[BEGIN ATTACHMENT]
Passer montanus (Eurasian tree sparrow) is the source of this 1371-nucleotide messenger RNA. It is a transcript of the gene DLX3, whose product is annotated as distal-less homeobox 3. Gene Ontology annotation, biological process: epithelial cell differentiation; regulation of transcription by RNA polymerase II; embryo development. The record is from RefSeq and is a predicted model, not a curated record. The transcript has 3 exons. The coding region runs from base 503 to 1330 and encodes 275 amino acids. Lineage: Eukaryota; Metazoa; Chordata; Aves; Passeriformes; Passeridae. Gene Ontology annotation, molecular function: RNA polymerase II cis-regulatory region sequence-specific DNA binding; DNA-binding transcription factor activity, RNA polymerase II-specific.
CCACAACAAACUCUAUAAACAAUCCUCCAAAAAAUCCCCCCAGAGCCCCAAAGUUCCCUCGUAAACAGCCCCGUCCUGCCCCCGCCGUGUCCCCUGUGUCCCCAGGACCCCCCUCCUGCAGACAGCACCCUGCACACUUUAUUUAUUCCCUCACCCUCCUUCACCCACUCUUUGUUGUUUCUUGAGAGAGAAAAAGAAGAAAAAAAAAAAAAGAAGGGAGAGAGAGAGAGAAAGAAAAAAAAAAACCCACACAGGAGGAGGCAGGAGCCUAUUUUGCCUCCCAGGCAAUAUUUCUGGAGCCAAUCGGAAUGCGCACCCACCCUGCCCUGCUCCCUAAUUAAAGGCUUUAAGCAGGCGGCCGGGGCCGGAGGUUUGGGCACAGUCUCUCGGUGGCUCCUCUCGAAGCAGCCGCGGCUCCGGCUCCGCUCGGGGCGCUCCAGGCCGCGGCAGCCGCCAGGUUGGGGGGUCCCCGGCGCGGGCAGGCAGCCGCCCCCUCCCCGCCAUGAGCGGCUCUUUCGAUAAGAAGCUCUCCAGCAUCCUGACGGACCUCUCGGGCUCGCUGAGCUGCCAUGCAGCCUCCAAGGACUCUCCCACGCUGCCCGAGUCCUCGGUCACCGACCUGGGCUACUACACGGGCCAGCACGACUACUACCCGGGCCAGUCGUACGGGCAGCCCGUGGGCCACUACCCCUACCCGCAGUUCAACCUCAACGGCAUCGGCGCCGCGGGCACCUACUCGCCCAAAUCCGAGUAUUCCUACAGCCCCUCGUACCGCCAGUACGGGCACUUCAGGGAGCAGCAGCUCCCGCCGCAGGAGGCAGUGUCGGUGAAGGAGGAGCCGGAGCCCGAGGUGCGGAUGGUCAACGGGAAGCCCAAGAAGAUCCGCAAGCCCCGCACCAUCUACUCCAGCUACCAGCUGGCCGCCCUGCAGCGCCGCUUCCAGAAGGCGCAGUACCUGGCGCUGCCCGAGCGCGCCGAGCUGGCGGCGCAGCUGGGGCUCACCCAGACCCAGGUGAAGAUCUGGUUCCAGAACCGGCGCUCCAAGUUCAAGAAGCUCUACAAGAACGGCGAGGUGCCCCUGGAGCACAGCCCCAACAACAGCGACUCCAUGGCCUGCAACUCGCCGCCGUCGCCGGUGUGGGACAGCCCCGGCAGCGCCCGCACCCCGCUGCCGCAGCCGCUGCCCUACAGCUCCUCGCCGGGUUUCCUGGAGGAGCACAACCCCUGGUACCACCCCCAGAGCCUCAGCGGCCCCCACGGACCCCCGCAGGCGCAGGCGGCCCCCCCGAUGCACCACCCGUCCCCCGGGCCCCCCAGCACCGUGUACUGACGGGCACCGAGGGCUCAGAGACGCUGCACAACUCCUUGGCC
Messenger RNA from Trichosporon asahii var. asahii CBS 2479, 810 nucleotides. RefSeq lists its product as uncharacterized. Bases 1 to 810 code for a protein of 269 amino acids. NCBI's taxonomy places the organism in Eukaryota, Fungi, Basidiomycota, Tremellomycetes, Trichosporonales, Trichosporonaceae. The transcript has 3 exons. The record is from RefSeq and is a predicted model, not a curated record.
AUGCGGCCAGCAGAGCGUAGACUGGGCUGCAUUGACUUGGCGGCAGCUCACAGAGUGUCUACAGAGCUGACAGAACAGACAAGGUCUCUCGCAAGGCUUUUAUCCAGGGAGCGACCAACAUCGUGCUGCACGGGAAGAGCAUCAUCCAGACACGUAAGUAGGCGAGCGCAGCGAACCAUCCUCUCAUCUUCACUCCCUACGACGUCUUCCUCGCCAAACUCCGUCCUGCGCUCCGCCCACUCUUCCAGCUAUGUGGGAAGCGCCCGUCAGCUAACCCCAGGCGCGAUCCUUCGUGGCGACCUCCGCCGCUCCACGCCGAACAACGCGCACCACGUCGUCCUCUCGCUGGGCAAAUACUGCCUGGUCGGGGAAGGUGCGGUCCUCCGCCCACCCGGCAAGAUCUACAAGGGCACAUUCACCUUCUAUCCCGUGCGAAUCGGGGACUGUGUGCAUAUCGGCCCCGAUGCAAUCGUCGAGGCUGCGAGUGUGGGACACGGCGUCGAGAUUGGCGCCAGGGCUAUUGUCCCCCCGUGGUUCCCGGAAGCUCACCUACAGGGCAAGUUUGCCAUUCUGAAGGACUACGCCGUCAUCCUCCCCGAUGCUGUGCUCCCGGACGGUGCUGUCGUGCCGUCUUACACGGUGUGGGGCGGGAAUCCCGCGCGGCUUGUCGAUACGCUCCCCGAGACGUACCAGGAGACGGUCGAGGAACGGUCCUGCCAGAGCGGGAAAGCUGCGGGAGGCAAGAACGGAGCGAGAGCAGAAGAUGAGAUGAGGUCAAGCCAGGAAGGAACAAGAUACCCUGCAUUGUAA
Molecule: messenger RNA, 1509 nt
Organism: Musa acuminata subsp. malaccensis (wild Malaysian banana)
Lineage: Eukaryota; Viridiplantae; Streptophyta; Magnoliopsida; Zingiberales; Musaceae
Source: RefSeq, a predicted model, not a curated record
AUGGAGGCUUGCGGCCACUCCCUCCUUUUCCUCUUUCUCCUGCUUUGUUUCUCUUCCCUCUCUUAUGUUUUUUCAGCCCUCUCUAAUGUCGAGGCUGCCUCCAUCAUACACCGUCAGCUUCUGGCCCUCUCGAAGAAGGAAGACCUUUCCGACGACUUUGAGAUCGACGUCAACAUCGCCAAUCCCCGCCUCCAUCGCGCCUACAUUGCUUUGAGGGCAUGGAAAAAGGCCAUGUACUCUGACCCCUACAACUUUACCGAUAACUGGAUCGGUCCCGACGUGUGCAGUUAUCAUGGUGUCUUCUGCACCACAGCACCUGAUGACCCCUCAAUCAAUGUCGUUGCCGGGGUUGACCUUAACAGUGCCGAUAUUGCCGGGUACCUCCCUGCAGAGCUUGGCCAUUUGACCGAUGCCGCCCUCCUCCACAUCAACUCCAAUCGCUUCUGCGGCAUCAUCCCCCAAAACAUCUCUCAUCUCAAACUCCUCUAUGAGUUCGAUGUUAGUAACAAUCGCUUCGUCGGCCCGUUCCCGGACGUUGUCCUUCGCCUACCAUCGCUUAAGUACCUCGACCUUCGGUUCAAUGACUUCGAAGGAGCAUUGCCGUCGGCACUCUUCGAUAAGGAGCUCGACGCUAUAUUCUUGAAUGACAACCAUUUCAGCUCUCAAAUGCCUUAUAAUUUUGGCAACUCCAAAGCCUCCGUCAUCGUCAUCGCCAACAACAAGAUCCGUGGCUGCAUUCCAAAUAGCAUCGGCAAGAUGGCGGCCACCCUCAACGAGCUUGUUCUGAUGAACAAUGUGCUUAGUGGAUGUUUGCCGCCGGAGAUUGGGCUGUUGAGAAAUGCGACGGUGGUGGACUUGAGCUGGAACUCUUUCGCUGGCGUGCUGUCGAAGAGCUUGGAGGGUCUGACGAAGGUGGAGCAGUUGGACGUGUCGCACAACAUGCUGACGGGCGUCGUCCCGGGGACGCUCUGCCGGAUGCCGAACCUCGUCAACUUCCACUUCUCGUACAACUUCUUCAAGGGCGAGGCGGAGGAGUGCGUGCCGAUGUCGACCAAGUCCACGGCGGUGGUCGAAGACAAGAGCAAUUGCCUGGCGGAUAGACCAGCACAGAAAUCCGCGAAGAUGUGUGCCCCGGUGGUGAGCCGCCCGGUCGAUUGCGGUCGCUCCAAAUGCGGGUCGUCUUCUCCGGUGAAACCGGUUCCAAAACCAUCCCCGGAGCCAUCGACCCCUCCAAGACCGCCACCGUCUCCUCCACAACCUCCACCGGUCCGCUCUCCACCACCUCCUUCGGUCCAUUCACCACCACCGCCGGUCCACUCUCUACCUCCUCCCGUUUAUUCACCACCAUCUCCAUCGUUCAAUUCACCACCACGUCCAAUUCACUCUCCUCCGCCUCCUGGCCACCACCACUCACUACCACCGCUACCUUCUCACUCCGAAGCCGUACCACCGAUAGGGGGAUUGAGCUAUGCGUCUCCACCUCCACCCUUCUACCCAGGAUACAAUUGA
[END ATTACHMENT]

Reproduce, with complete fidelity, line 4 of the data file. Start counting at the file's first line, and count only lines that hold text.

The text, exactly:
AUGCGGCCAGCAGAGCGUAGACUGGGCUGCAUUGACUUGGCGGCAGCUCACAGAGUGUCUACAGAGCUGACAGAACAGACAAGGUCUCUCGCAAGGCUUUUAUCCAGGGAGCGACCAACAUCGUGCUGCACGGGAAGAGCAUCAUCCAGACACGUAAGUAGGCGAGCGCAGCGAACCAUCCUCUCAUCUUCACUCCCUACGACGUCUUCCUCGCCAAACUCCGUCCUGCGCUCCGCCCACUCUUCCAGCUAUGUGGGAAGCGCCCGUCAGCUAACCCCAGGCGCGAUCCUUCGUGGCGACCUCCGCCGCUCCACGCCGAACAACGCGCACCACGUCGUCCUCUCGCUGGGCAAAUACUGCCUGGUCGGGGAAGGUGCGGUCCUCCGCCCACCCGGCAAGAUCUACAAGGGCACAUUCACCUUCUAUCCCGUGCGAAUCGGGGACUGUGUGCAUAUCGGCCCCGAUGCAAUCGUCGAGGCUGCGAGUGUGGGACACGGCGUCGAGAUUGGCGCCAGGGCUAUUGUCCCCCCGUGGUUCCCGGAAGCUCACCUACAGGGCAAGUUUGCCAUUCUGAAGGACUACGCCGUCAUCCUCCCCGAUGCUGUGCUCCCGGACGGUGCUGUCGUGCCGUCUUACACGGUGUGGGGCGGGAAUCCCGCGCGGCUUGUCGAUACGCUCCCCGAGACGUACCAGGAGACGGUCGAGGAACGGUCCUGCCAGAGCGGGAAAGCUGCGGGAGGCAAGAACGGAGCGAGAGCAGAAGAUGAGAUGAGGUCAAGCCAGGAAGGAACAAGAUACCCUGCAUUGUAA